New technologies like artificial intelligence, blockchain and smart contracts have become more and more integrated into the business world, bringing opportunities for legal departments to streamline their operations and become more efficient.

At the same time, as the digital transformation takes hold in many companies, the threat of data breaches is a growing concern. At panel discussions during the Global Women's Leadership Summit, general counsel discussed the benefits and consequences of implementing new technology into the work of the legal department and the role of in-house counsel in preventing and responding to cyber threats.


While general counsel are not actively bringing in revenue to their organization, they have a responsibility to save money wherever possible – and developing a technical skill set is one way to ensure the department becomes more efficient and cost-conscious, panelists said.

However, all lawyers are governed by ethics rules, as well as regulatory frameworks, meaning GCs also have a duty to not become overly dependent on artificial intelligence, known as AI, and to ensure the legal advice they provide is accurate. While they can be useful tools, AI and other technologies should not take precedence over human insight.


While technology is not a "magic wand" that will automatically make the legal department run more smoothly, if implemented effectively, it can help free up lawyers' time so that they are able to take on more substantive legal work. By applying AI and other technologies to mundane in-house work, GCs can put more effort into high-level work without being as burdened by low-level but necessary tasks.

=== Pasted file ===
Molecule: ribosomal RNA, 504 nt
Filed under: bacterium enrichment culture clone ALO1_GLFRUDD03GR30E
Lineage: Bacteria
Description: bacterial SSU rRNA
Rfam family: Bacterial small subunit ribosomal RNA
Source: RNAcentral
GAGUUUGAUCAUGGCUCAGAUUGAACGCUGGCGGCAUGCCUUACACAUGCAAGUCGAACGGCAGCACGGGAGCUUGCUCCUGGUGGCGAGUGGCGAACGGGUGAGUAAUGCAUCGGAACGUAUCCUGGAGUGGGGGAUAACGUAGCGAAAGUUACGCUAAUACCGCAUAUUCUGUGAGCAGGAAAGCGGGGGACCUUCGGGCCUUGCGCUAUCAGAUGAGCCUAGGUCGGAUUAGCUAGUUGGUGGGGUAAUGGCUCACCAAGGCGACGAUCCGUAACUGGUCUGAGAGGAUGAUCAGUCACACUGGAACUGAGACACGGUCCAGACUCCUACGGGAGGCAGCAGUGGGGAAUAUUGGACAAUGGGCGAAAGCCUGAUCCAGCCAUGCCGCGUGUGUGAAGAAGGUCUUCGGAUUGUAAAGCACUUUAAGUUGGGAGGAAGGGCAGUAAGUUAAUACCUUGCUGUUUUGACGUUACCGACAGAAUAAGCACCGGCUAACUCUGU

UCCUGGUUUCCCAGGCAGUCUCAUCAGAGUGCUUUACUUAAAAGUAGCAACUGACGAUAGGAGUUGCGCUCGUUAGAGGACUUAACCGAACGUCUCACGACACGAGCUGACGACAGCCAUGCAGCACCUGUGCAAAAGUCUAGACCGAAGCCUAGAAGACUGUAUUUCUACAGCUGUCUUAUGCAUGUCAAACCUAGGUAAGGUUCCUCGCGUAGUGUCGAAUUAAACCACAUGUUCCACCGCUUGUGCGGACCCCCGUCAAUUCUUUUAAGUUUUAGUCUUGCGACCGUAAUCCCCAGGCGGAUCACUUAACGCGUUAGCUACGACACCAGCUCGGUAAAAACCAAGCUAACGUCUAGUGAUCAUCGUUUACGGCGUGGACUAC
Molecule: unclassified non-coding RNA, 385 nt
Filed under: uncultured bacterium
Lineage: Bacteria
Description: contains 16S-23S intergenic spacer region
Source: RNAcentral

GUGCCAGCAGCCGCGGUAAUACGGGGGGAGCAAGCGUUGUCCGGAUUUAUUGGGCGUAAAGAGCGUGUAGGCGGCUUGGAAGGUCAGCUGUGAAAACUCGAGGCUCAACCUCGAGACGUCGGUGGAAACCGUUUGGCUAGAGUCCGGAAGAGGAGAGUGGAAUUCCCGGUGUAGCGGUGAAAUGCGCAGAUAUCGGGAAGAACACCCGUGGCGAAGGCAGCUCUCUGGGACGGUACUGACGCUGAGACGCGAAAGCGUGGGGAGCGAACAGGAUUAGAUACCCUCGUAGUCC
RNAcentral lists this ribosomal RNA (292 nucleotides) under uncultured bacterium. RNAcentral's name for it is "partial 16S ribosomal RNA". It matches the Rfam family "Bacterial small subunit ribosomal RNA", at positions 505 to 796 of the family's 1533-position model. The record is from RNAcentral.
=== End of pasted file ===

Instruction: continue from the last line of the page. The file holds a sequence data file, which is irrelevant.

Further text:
A cyberattack is like any other risk, panelists said – there is a chance it could happen at any time. However, by planning in advance, legal departments can help reduce the harm caused. Panelists advised thinking of the in-house legal team as the "connector" to other parts of the company. By forming relationships with other departments, from IT to marketing, GCs can be seen as allies rather than obstructionists in preparing for and dealing with the aftermath of a breach. In-house counsel should also make sure the company's board understands that its role in the event of a data breach is to support the legal department, the brand and firm management.

One of the most difficult parts of recovering from an attack is figuring out what information was affected by the breach and what was not. Depending on the relevant regulation, it is important to realize that companies may be required to report that millions of records were involved in a breach, simply because they cannot prove they were not affected.